Here are the four key ideas that make for a great captain both on and offshore:
It’s not enough to simply know where you’re going. A good leader must understand the proper course that’s both effective and efficient, then share that plan with the rest of their staff. Too often, McWade said, leaders don’t write that plan down, or they draw from a larger university plan that they may not think is any good. Be present in every moment of the journey and ensure it’s exactly where you want to be. Or, course-correct.
While the waters of higher education marketing can be tumultuous, that’s not to say everything is unpredictable. Always be asking your team strong questions, especially those that begin with “what if” to make sure they have answers ready to go should the time come. Also, by working on your emotional intelligence, you are better preparing yourself to lead a team during a time of crisis and establish yourself as a leader they can trust.
Change is a constant, and change is exciting. But there are dangers for both you and your team. First off, pay attention to myriad parts of your job. Just because one facet feels a bit off doesn’t mean it’s time to uproot the entire operation. Recognize that assumptions can be dangerous and utilize strong communication to understand what truly needs to be changed. And don’t interpret employees’ silence or ambivalence to change as a sign that they are resisting it. Employees often need time to adapt to new ideas themselves, and they’ll come around. Too often leaders think their employees aren’t on board with change and they take it personally.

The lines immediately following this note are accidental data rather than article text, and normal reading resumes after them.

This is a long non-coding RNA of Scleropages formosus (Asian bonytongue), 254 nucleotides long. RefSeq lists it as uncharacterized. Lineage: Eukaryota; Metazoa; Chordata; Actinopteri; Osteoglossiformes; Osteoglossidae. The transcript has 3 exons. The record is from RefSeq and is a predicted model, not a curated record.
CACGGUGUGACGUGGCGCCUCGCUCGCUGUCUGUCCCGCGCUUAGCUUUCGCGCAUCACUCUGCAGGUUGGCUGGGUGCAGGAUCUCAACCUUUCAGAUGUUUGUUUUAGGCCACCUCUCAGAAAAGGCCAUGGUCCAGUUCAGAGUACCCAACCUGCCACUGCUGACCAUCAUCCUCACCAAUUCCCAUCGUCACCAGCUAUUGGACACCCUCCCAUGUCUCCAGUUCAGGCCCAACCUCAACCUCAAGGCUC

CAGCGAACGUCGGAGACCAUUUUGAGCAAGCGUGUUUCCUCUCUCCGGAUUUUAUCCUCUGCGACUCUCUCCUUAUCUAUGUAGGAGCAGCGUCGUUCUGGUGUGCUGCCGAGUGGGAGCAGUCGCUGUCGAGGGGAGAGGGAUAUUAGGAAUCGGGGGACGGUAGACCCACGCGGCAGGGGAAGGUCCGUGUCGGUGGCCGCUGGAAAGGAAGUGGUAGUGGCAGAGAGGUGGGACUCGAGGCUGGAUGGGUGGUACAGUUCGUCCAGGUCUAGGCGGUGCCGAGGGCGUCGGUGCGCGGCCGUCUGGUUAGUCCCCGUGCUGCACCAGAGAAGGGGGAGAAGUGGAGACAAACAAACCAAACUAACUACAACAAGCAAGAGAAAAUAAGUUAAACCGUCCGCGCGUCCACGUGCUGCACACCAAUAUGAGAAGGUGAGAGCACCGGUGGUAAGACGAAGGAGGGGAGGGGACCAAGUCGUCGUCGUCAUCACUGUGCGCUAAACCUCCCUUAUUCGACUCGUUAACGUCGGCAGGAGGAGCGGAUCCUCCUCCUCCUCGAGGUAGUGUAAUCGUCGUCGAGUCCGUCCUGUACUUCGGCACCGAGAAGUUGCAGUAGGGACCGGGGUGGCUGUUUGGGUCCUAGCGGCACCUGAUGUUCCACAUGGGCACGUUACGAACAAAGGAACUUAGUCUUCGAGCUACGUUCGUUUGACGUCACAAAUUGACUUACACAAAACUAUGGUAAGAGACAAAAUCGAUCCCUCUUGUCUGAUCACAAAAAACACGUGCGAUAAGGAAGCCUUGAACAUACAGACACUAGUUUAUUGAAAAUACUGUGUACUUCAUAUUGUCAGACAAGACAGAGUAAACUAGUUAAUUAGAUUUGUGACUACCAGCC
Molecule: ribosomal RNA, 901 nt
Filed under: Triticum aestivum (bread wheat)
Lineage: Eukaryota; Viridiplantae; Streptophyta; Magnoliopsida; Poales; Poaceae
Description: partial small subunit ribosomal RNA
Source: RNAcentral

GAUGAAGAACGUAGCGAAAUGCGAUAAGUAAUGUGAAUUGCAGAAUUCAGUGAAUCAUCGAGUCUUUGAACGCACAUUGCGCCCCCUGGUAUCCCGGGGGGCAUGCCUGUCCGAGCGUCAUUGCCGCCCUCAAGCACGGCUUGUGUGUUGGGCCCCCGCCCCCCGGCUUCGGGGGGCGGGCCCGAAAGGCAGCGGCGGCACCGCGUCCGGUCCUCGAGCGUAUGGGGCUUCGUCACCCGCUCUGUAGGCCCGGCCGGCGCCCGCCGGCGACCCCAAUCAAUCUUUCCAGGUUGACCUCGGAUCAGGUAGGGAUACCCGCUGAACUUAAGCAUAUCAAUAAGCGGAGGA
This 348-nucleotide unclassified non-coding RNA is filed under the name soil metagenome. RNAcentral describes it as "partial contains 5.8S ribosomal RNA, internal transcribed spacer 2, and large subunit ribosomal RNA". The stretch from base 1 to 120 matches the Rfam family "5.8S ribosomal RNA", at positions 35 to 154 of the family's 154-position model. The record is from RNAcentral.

Empathy is the strongest form of communication. It places leaders deeply within the shoes of their employees to the point where no communication may need to happen at all for both parties to be on the same page. But while leaders are working on their empathy skills, it’s important to recognize that other forms of communication aren’t just aural in nature. Communication comes from a leader’s reputation, track record, body language, actions and reactions, title, reporting relationship and organizational clout. Good sea captains pay attention to all of these factors, and higher ed marketers should set their course in the same direction.